Since the inception of Leicester Pride in 2000 it has only failed to go ahead twice: in 2007 and 2020. The reason in 2007 was due to a lack of funding. Corin Desborough, who was the festival director in 2007, said at the time: “We’ve had some difficulty raising funds… The festival is entirely run by volunteers, and we’ve lost some key committee members who have moved on, so we are down in terms of expertise.”

The reason for the event being cancelled in 2020 was due to the Covid-19 pandemic, and therefore it was unsafe to hold a gathering that large.

But as Pride events have grown, unfortunately, the opposition has remained a constant. The community still have to face groups and individuals hurling abuse towards them for just expressing and being their authentic selves. In 2022, a small group of religiously motivated protestors were at the clock tower as the parade passed through the centre of Leicester.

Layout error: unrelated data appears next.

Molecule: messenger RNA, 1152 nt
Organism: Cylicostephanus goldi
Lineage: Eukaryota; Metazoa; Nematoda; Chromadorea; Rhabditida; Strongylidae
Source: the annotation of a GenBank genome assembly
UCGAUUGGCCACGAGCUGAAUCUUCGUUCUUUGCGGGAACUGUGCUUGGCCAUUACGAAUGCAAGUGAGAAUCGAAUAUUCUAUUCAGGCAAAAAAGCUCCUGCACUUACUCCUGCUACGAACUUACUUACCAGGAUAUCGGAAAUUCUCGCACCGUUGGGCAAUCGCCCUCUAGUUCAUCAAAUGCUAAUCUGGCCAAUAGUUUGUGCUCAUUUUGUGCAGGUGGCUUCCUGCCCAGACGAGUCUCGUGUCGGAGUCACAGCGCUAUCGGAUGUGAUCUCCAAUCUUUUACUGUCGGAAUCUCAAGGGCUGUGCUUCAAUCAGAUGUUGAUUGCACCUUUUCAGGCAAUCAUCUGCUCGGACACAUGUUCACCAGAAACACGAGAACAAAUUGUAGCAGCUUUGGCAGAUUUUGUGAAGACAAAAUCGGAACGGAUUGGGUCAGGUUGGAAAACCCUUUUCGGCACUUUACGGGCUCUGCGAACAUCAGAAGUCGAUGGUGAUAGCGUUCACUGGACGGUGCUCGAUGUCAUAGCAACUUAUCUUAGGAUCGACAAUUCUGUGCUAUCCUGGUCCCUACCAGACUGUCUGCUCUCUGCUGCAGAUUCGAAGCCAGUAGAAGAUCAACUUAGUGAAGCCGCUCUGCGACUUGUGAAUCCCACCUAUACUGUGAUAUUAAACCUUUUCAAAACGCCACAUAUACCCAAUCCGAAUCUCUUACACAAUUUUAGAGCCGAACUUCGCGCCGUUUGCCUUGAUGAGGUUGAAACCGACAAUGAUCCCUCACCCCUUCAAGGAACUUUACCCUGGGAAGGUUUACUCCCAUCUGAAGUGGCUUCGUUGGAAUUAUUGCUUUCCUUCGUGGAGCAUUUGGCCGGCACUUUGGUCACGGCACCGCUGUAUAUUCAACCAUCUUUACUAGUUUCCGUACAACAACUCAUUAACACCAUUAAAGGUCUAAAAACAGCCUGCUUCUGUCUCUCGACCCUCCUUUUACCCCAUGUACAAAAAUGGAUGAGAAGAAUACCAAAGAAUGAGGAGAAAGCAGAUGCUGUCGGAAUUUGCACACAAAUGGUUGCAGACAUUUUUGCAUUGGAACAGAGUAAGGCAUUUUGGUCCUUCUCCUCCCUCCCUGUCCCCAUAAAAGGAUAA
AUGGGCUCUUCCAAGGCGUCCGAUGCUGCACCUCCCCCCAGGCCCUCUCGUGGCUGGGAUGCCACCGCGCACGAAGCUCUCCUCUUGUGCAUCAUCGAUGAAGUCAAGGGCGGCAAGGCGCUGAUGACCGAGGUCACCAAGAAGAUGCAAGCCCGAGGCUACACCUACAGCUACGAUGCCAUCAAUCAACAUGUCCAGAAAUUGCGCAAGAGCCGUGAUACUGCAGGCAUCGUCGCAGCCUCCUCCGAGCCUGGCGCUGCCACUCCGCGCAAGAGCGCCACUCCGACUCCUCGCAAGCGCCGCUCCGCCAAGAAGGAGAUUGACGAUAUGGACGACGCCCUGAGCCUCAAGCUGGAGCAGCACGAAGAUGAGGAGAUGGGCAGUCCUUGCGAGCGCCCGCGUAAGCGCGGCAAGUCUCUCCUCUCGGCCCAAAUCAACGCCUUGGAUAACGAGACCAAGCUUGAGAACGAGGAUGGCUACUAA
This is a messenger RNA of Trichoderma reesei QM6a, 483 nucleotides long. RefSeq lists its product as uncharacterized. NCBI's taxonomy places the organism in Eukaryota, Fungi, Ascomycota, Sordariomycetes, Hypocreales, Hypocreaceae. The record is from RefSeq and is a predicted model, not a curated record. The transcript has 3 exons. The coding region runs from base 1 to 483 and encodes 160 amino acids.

The government under Gordon Brown introduced the Equality Act 2010 which aimed for everyone to be treated equally regardless of differences – including race, religion, gender and sexual orientation. This paved the way for a truly inclusive country that accepted all individuals in society regardless of everyone’s differences.

Joseph McCarthy attended pride in 2018, 2021 and 2022, and said: “Not only is [the parade] a way to express ourselves, but it’s also a protest to show who we are.”

“Everyone has their own sexuality… we are being ourselves. We’re not letting anyone get in our way. We’re not letting anyone tell us what to do or place us in society. We’re just being ourselves, and we like to keep it that way.”